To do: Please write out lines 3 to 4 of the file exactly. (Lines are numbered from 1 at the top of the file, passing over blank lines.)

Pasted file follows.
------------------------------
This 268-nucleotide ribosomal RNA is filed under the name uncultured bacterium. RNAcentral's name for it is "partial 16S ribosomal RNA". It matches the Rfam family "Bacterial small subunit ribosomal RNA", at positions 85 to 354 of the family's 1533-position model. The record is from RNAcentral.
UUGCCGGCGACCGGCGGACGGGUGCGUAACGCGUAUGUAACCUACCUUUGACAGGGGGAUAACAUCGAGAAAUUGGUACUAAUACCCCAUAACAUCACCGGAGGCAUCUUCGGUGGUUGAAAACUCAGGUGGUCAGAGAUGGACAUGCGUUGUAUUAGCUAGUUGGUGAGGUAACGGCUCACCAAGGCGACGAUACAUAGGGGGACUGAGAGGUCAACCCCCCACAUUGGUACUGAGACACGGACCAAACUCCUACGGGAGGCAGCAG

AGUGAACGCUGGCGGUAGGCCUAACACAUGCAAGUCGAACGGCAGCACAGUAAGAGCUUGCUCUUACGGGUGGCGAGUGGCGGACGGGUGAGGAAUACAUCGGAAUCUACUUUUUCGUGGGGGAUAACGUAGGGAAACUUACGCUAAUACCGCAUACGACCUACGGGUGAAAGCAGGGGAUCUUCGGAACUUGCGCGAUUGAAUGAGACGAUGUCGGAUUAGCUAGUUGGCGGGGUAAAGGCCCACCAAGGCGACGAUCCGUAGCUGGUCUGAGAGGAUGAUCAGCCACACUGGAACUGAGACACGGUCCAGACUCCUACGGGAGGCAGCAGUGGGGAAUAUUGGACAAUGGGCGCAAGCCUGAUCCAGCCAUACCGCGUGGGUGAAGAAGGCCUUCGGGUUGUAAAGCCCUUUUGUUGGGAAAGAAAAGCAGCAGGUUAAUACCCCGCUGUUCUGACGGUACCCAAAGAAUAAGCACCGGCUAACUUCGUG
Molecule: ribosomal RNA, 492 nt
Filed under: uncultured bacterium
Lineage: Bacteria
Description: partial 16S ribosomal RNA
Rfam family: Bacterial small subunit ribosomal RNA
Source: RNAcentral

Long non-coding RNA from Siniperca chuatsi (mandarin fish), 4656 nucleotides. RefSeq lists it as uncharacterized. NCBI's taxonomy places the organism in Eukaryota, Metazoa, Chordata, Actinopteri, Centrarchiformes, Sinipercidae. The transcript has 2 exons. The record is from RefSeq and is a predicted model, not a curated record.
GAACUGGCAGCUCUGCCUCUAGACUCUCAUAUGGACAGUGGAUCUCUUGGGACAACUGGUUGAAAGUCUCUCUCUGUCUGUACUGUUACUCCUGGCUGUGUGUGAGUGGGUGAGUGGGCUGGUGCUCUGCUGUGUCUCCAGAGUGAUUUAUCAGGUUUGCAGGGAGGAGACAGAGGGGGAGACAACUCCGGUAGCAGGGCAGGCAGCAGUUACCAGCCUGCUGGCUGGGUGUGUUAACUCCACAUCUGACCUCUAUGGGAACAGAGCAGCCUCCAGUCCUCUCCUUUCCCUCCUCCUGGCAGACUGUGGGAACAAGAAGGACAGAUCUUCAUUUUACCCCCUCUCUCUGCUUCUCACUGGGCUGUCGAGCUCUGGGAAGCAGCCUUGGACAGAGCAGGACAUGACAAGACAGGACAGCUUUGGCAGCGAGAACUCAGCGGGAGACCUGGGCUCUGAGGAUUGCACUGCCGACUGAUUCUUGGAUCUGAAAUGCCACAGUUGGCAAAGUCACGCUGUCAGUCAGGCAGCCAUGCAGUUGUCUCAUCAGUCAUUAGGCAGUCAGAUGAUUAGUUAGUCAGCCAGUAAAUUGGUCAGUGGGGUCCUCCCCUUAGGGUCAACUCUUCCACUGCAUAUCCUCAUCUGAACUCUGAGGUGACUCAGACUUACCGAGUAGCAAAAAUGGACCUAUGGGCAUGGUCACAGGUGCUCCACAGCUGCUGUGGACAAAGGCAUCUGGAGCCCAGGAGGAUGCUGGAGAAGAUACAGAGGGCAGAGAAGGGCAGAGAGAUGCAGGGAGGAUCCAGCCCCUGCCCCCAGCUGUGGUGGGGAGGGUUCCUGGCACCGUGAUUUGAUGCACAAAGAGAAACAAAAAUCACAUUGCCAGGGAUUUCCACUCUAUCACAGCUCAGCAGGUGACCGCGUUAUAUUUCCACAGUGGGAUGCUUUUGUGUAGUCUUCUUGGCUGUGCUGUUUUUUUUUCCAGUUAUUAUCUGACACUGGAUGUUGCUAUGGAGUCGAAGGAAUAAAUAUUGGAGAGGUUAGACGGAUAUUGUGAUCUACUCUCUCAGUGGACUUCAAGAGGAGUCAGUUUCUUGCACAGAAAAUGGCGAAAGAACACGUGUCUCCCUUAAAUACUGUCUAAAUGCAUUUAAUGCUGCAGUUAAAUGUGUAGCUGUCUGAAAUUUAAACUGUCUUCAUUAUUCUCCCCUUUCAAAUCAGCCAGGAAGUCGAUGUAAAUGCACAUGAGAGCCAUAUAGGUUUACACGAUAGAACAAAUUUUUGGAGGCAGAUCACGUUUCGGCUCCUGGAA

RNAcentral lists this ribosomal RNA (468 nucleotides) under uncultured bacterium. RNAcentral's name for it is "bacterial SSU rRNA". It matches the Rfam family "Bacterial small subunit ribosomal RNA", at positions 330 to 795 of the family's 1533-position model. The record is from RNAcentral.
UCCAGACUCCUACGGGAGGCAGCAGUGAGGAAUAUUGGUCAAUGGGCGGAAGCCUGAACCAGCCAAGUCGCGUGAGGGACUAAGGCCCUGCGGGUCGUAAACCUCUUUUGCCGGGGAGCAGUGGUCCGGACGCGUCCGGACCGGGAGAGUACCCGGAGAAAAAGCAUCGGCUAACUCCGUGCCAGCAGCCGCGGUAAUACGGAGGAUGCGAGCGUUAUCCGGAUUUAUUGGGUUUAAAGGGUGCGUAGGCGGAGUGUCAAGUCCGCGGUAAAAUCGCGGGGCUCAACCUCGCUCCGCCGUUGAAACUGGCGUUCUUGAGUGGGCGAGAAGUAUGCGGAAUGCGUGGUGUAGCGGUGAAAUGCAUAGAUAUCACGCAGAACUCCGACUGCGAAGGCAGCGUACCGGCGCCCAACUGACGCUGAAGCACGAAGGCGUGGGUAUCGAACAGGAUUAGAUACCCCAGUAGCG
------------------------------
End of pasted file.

AGUGAACGCUGGCGGUAGGCCUAACACAUGCAAGUCGAACGGCAGCACAGUAAGAGCUUGCUCUUACGGGUGGCGAGUGGCGGACGGGUGAGGAAUACAUCGGAAUCUACUUUUUCGUGGGGGAUAACGUAGGGAAACUUACGCUAAUACCGCAUACGACCUACGGGUGAAAGCAGGGGAUCUUCGGAACUUGCGCGAUUGAAUGAGACGAUGUCGGAUUAGCUAGUUGGCGGGGUAAAGGCCCACCAAGGCGACGAUCCGUAGCUGGUCUGAGAGGAUGAUCAGCCACACUGGAACUGAGACACGGUCCAGACUCCUACGGGAGGCAGCAGUGGGGAAUAUUGGACAAUGGGCGCAAGCCUGAUCCAGCCAUACCGCGUGGGUGAAGAAGGCCUUCGGGUUGUAAAGCCCUUUUGUUGGGAAAGAAAAGCAGCAGGUUAAUACCCCGCUGUUCUGACGGUACCCAAAGAAUAAGCACCGGCUAACUUCGUG
Molecule: ribosomal RNA, 492 nt